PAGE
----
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By Carmen Ensinger
Members of the North Greene School Board had the opportunity to sample the selections that the students of the district were being served for breakfast and lunch before the Sept. 21 board meeting.
The district opted to go with Organic Life, LLC food service this year as opposed to cooking the meals themselves. The difference between providing the meals themselves and hiring them out is approximately $100,000.
The meals are still cooked on the premises, but Organic Life provides the food and the employees that prepare and serve the food. Last year, the purchase of food cost the district roughly $400,000. Add in the salary and benefits of the workers, which is around $200,000 and it cost the district right at $600,000 for the district to operate the program.
The district received only two bids to provide food service and food management services to the district – one from Opaa Food Management, which supplies food service to Jerseyville in the amount of $788,954.27 and Organic Life whose bid was $699,356.24, a difference of $89,598.03.
According to Superintendent Mark Scott, Opaa actually had the lower bid per unit for both breakfast and lunch, but when they figured in the fresh fruit and vegetable program, Opaa bid it at $3.98 per unit and Organic Life bid it at $1 per unit.
With 31,940 units of fruits and vegetables expected to be served, this $3 difference added an additional $95,820 to Opaa’s bid.
At the time the board made the decision, under the Illinois Statute, the district had to go with the low bid for food service, even though they felt more comfortable with Opaa, who is based out of Chesterfield, Mo.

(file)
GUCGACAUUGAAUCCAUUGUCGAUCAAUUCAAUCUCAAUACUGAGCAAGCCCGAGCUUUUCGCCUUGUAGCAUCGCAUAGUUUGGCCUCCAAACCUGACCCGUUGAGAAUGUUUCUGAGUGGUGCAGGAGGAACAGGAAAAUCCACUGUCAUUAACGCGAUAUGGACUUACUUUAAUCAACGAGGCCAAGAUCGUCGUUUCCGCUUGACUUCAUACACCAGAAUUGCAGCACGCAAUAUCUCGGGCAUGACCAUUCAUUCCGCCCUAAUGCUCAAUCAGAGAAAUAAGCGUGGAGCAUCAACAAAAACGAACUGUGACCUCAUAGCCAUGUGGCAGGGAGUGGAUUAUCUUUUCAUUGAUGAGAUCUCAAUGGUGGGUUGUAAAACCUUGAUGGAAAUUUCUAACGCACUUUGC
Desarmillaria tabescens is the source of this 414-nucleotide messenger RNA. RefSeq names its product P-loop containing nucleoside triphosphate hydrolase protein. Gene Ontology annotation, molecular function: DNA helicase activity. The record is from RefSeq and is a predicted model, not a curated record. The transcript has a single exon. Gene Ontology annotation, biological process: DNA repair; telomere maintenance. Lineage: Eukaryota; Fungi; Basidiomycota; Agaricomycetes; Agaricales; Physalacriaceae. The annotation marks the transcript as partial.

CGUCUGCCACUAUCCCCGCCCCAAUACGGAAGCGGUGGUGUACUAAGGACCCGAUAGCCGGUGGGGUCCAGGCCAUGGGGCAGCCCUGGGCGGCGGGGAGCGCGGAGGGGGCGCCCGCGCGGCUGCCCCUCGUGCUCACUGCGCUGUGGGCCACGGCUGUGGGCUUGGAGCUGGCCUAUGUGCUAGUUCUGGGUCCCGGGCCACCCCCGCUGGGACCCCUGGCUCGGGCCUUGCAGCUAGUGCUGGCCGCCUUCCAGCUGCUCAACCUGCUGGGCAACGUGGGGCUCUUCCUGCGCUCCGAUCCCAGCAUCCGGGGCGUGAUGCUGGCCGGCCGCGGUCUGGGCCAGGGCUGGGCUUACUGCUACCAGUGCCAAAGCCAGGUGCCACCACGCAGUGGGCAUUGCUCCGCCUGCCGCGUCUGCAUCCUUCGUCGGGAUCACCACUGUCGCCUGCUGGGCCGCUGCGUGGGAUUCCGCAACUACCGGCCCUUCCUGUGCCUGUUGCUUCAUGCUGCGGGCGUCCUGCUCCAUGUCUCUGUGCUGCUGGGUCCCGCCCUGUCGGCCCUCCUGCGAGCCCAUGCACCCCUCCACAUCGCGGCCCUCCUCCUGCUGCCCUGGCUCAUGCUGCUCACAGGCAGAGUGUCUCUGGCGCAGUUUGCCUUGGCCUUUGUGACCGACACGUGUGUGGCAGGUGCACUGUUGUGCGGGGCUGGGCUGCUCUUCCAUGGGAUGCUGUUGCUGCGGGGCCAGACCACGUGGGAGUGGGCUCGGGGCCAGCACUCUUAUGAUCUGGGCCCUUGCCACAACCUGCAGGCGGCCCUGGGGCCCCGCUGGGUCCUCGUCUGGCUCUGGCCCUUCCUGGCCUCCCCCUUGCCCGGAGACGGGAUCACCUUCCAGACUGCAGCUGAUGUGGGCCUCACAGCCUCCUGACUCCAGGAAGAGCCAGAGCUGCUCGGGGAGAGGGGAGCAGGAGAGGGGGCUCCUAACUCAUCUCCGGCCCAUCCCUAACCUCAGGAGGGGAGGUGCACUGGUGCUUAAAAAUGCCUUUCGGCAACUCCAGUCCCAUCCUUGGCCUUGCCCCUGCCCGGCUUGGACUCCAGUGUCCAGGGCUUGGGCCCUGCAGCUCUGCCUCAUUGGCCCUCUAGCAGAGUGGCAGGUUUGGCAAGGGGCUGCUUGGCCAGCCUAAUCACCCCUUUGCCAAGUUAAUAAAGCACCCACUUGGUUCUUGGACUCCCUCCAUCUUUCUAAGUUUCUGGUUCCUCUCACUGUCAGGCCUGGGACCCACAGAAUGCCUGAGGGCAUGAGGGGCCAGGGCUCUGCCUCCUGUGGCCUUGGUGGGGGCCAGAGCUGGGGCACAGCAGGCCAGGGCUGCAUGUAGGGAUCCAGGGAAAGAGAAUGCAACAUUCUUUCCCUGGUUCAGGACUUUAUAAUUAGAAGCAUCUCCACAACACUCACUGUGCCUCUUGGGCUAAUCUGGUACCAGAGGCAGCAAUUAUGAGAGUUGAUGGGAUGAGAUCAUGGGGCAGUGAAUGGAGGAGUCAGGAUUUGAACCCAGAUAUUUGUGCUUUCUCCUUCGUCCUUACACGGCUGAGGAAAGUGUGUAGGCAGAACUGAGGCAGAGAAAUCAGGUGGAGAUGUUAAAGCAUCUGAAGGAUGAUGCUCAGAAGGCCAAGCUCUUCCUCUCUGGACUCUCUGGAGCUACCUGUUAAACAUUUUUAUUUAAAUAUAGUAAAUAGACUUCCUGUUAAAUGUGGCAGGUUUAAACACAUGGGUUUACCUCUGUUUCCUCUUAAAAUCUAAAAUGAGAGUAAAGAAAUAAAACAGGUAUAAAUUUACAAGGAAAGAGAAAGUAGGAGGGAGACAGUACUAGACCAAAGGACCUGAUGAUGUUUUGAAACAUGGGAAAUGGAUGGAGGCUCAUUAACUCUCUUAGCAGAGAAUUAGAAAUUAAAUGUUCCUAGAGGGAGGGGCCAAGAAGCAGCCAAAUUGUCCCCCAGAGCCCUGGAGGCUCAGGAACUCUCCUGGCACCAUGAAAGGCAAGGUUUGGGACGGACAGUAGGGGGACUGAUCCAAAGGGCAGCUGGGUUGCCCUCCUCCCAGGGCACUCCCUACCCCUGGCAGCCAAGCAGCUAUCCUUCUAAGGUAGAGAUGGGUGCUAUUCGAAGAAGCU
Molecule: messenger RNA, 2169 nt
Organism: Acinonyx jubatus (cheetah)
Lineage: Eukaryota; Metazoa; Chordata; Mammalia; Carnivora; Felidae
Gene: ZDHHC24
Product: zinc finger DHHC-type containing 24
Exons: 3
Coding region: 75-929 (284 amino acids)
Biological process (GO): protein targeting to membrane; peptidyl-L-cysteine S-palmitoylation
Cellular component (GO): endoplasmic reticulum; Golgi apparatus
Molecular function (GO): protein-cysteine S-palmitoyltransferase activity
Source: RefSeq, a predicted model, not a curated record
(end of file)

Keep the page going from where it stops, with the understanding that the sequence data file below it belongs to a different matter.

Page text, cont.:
Later in the board meeting, Organic Life Vice President of Operations Jose Gutteriez and North Greene District Manager Michelle Kitchen addressed the board about their performance to date and any concerns they might have one month into their one year contract with the district.
Board member Casey Kallal came prepared for the meeting with the two. She had with her a handful of letters from students about the service – nearly all of them complaints. She explained that they originally asked the students to comment on the food to find out what it was they liked about it – not what was so wrong with it.
She also had a stick of photos of less than palatable dishes that were on student’s trays. Not being one to just take someone’s word, she has made several visits to the cafeteria during lunch time as well. Her last visit was the day before the board meeting.
“I have to say that I was there yesterday and the taco meat looked really good and everything looked nice,” she said. “The fresh vegetables and the salad bar looked nice as well. One problem I do see is only having the little packets of ranch dressing.”
But, she added that upon asking some of the students about some of their other meals, their response wasn’t as favorable.
“The typical response was that today wasn’t bad but there are lots of days where my meat is cold and one kid handed me, out of his spicy chicken wrap, a piece of his meat and said he couldn’t eat it,” Kallal said. “He told me to squeeze it. I did and it was completely frozen in the middle. He said he couldn’t eat it because it was frozen and it was. Are we reusing meat?”
Kallal then moved to the photos she had provided.
“This photo is of a burger that someone gave me – look how small that is. Is that really enough meat to feed a person,” she asked. “This piece of meat looks frozen and this chicken was rubbery. This was supposed to be a meatball sub that had nothing on it and they said it was very dry and was on a hot dog bun. This piece of meat doesn’t look like it was cooked all the way through. This burger looked like it had been reheated 85 times and the kid picked it up and banged it on the table and it was like a hockey puck. This is not acceptable.”